The Solo 401(k) is often the most attractive plan to investors, if they qualify, because it combines elements of the SEP and SIMPLE. The solo 401(k) is designed for owner-only businesses and spouses. It can be established by both incorporated and unincorporated businesses, sole proprietorships, partnerships and corporations.
In 2012 you can annually contribute up to $17,000 and up to $22,500 if you're 50 or over through salary deferral and in 2013 you can annually contribute up to $17,500 and up to $23,000 if you're 50 or over through salary deferral. Plus,you can contribute a profit-sharing portion (0-25%) of your salary. In 2012 the limit from both sources is $50,000 ($55,500 if you are 50 or over). In 2013, the limit from both sources is $51,000 ($56,500 if you are 50 or over).
Why Should I Open a Solo 401(k)?
If you qualify, the Solo 401(k) plan is attractive because of the high contribution amounts and large tax deductions available. Two components comprise the maximum Solo 401(k) plan contribution:
- An employee salary-deferral contribution - The employee can contribute up to $17,000 annually through salary deferral in 2012 and $17,500 in 2013, although this may not exceed 100% of the employee's pay.
- An employer profit-sharing contribution - The annual limit for this is 25% of the employee's pay (20% for a self-employed person).
The total annual contribution limit from both sources is $50,000 in 2012 and $51,000 in 2013.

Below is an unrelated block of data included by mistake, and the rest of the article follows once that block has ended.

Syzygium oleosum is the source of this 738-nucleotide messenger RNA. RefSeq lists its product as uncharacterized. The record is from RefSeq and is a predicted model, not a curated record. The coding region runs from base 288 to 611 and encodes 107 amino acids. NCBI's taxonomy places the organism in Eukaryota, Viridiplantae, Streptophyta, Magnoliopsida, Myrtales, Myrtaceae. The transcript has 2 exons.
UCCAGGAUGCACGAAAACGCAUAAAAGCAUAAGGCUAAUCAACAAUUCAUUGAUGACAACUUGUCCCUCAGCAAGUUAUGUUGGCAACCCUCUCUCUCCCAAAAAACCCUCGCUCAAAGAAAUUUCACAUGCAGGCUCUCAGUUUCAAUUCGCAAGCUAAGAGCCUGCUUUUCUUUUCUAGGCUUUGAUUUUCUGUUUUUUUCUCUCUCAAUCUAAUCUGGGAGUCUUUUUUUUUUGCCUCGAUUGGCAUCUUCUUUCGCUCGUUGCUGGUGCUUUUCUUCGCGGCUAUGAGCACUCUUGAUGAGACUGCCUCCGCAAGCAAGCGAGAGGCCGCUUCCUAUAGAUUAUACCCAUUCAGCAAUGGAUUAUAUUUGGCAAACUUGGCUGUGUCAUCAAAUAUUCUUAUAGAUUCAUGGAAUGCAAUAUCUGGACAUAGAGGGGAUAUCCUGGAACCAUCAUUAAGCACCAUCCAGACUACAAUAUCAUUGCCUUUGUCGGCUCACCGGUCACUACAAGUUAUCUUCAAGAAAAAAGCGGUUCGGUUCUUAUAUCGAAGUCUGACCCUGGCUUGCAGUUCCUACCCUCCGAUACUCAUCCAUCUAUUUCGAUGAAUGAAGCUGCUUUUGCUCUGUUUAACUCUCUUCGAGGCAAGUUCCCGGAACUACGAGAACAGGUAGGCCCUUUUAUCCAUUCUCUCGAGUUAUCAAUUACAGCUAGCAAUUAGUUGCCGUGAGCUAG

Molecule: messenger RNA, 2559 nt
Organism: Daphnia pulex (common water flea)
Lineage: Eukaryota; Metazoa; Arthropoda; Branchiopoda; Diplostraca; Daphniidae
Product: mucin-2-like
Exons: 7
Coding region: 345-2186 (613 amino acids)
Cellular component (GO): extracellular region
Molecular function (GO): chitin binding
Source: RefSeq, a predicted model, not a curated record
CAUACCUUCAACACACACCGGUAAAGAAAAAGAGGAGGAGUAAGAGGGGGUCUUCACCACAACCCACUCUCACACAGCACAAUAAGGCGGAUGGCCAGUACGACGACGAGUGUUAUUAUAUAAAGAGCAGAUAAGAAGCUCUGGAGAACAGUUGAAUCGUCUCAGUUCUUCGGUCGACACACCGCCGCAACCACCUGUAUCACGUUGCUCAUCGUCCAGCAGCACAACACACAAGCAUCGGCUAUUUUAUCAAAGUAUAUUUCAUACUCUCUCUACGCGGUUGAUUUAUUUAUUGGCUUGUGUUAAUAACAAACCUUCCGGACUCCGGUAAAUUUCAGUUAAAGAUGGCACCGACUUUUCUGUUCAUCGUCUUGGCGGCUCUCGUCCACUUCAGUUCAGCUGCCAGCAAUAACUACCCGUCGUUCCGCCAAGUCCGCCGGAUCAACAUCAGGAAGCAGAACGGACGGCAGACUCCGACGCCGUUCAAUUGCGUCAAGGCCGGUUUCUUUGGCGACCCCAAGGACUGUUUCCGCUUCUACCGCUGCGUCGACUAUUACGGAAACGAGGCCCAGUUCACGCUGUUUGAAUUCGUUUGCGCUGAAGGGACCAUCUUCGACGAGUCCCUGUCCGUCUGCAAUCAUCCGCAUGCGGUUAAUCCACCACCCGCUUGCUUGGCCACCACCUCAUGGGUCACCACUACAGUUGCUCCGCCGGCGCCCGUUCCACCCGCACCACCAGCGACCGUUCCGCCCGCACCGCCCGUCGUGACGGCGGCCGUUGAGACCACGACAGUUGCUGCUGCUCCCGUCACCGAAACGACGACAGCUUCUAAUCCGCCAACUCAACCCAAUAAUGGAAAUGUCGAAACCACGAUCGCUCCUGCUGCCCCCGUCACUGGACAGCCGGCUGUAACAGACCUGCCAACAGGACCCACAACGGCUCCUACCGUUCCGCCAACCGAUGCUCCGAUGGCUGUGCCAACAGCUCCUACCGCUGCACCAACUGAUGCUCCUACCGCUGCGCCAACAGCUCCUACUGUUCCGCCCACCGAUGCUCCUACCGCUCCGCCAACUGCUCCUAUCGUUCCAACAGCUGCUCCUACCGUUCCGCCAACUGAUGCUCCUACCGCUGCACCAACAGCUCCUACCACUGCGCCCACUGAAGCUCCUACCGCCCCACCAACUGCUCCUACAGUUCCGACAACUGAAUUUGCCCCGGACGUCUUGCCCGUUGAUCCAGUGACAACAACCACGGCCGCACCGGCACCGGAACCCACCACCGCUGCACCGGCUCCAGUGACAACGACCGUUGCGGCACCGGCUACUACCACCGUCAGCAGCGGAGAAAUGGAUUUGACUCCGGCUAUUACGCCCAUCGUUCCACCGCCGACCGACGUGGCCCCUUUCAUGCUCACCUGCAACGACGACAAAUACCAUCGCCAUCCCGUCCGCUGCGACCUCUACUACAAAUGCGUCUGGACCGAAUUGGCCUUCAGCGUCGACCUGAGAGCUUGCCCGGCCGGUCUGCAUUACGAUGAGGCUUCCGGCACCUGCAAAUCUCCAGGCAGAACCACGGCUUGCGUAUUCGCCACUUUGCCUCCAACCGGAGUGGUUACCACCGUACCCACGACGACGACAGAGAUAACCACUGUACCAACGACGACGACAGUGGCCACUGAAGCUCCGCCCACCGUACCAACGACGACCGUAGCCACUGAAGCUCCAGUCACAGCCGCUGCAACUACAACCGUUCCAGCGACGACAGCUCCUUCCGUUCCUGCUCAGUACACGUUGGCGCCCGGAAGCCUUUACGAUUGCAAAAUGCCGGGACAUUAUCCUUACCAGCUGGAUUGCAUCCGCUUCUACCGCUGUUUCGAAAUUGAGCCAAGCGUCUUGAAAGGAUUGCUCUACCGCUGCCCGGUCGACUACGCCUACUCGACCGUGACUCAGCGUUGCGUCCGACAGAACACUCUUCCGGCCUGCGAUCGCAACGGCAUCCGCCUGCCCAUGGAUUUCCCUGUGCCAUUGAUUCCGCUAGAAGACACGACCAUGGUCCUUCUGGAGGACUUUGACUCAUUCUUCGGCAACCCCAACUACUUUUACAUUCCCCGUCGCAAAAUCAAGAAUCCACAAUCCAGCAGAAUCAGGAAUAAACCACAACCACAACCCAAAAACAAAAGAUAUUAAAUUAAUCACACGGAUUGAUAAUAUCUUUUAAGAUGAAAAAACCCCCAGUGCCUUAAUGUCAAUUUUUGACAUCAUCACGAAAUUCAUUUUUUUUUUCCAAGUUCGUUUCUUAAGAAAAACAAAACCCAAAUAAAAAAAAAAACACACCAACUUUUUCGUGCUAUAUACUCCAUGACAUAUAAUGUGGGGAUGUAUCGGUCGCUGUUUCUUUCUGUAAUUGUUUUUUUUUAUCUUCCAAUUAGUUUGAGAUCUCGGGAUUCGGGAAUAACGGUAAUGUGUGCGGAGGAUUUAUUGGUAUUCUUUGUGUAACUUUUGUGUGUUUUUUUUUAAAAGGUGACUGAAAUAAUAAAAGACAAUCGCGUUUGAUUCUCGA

However, in 2012, under a "catch- up" provision, individuals age 50 or over may contribute an additional money in salary deferrals beyond the $17,000 allowing for a total contribution limit of $55,500 in 2012.
In 2013, under a "catch- up" provision, individuals age 50 or over may contribute an additional money in salary deferrals beyond the $17,500 allowing for a total contribution limit of $56,500 in 2013.
The solo 401(k) is Ideal for both incorporated and unincorporated businesses, sole proprietorships, partnerships, and corporations. The only requirement for contributions to this plan is that an individual receives a salary or wage. The business entity must have no additional employees other than the spouse of the proprietor—or, in the case of a partnership, the only employees must be self-employed partners and their spouses. A solo 401(k) plan must be the only arrangement maintained by the business that's not included as part of a controlled group under federal tax law.
The deadline for establishing a Solo 401(k) plan is the last day of your business's tax year (December 31, for a calendar tax year). However, if a business is incorporated, individuals may want to establish a Solo 401(k) plan early in the tax year to make employee salary deferrals based on the Form W-2 income throughout the year. This is necessary because you may not defer on compensation that's paid to you from your corporation before you estabilish the solo 401(k) plan.